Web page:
II. Case Report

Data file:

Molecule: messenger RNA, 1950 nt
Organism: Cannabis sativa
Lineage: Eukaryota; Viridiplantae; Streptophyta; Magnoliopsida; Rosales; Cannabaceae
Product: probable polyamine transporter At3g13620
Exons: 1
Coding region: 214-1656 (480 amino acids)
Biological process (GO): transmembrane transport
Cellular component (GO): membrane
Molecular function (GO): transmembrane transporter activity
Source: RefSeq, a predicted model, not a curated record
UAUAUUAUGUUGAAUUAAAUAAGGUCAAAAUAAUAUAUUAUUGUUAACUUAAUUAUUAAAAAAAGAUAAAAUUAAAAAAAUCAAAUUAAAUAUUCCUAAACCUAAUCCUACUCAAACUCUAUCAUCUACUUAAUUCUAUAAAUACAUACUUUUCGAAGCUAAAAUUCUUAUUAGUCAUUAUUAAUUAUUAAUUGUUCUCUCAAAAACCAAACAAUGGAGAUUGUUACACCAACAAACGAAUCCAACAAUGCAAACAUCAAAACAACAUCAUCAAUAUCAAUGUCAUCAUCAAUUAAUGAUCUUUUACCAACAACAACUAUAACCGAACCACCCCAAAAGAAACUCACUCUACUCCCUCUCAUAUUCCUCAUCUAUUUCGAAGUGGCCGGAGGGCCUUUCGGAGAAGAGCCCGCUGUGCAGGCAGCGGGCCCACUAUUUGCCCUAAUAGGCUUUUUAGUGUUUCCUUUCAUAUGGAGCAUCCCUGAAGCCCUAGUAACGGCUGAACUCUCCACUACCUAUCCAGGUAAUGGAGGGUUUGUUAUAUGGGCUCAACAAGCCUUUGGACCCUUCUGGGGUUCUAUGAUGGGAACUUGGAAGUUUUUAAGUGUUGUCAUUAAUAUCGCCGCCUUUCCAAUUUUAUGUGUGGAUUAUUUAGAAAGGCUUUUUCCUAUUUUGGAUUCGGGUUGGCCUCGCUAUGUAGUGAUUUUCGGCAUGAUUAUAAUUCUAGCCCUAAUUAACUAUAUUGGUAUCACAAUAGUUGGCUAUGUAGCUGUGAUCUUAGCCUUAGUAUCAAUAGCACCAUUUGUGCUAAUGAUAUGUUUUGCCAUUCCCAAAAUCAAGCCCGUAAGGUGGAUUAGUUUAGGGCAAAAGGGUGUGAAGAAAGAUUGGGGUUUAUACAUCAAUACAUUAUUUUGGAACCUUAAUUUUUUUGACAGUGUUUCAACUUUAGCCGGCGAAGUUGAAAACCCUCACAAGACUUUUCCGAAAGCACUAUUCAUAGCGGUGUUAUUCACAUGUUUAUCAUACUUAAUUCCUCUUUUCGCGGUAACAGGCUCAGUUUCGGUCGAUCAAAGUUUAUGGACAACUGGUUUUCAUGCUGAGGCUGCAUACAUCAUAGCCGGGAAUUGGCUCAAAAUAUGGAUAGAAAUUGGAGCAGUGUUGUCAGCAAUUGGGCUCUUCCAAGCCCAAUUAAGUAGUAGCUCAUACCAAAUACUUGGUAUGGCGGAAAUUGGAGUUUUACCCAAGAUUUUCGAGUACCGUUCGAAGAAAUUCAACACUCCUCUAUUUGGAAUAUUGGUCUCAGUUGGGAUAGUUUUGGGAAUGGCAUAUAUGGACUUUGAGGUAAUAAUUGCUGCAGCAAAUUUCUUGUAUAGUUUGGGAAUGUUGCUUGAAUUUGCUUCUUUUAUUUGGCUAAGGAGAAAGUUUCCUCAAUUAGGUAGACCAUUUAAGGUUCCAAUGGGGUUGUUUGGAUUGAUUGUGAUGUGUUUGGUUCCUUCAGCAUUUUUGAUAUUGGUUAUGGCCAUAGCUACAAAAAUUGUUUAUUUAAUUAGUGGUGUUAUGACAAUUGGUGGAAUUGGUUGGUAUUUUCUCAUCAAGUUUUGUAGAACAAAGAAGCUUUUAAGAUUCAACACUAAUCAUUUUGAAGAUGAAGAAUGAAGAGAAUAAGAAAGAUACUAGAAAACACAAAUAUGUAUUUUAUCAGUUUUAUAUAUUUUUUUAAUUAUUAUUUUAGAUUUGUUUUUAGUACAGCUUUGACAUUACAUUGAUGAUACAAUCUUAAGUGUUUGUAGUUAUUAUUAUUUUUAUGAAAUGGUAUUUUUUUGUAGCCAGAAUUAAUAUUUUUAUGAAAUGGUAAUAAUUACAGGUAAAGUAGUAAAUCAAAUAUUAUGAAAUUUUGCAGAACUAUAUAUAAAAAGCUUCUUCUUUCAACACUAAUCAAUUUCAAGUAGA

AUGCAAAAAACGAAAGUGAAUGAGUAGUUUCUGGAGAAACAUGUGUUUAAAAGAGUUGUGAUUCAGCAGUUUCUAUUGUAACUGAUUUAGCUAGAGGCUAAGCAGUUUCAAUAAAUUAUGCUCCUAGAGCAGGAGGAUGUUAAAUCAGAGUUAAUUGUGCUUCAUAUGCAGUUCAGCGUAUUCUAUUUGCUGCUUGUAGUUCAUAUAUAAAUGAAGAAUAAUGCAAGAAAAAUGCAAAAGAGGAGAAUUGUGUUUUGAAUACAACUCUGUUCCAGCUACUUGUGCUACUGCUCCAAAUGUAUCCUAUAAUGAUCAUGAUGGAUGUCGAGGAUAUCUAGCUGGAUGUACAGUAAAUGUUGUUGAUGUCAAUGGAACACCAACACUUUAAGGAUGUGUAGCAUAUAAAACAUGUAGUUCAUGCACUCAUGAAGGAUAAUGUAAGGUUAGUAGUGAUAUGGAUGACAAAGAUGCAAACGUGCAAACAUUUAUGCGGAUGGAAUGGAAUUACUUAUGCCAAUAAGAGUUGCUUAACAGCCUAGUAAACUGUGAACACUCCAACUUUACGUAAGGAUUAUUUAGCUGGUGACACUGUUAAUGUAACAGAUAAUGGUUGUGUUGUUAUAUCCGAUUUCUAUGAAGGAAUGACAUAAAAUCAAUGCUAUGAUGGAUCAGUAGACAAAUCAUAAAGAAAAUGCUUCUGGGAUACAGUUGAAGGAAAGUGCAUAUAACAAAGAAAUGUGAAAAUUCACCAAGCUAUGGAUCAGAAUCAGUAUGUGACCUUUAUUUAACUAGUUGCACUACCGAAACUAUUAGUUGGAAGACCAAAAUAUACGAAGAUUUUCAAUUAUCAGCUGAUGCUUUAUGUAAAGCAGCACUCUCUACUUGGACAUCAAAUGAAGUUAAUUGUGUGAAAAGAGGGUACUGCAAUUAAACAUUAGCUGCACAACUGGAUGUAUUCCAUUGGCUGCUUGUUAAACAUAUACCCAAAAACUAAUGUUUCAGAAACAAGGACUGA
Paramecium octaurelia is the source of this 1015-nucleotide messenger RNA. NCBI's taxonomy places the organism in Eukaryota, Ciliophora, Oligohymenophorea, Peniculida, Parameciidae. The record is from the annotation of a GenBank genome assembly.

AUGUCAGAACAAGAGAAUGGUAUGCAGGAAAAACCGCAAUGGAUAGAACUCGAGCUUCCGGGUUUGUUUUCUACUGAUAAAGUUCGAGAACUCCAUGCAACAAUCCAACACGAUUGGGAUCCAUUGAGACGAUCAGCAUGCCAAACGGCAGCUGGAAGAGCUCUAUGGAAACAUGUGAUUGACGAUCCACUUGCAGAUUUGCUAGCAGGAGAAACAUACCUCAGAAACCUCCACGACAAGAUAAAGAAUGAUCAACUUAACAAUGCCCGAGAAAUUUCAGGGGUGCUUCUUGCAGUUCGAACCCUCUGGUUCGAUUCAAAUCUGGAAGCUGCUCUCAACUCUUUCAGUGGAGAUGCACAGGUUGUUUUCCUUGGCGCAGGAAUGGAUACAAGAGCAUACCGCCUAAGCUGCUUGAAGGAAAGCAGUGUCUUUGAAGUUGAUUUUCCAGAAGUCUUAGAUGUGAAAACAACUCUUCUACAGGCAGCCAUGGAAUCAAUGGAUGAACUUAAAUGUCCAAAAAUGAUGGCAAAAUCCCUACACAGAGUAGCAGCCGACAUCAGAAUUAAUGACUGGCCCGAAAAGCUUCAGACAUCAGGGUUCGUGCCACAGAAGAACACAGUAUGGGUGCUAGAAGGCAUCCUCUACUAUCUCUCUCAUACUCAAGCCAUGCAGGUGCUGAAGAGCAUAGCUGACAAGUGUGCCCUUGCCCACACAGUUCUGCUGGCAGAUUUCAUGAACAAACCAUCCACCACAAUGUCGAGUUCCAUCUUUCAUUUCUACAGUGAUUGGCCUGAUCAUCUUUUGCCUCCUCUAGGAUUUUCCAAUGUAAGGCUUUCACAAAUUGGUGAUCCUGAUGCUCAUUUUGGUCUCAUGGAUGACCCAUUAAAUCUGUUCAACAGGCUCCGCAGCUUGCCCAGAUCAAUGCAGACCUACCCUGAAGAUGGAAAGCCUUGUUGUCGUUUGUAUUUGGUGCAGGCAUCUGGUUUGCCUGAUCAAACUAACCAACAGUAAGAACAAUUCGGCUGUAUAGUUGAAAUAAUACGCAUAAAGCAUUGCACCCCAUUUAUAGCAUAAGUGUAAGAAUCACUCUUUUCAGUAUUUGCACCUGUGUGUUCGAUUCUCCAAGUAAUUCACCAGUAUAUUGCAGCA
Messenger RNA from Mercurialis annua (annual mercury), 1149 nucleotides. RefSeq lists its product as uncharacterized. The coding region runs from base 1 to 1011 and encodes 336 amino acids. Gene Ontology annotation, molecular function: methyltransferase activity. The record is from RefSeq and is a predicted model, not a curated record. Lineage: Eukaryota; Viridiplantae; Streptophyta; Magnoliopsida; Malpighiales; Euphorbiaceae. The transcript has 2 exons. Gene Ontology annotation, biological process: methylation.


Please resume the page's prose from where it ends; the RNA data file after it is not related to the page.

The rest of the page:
A 48-year-old male without any underlying diseases was referred to our department of periodontology due to an abnormality in the right buccal gingiva after a scaling procedure at a local clinic. Since no improvement in symptoms occurred after periodontal treatment, the patient was referred to the department of oral and maxillofacial surgery. A panoramic radiograph revealed alveolar bone resorption of #43 to #45.(Fig. 1) A biopsy was performed, and diagnosis of spindle cell tumors, including inflammatory myofibroblastic tumors (IMT), was based on immunoreactivity for ALK. Magnetic resonance imaging (MRI) and CECT (contrast-enhanced computed tomography) were performed but revealed no abnormal findings. Due to the swelling, redness, and pain in the affected area without improvement in symptoms, marginal mandibulectomy was performed on the patient under general anesthesia.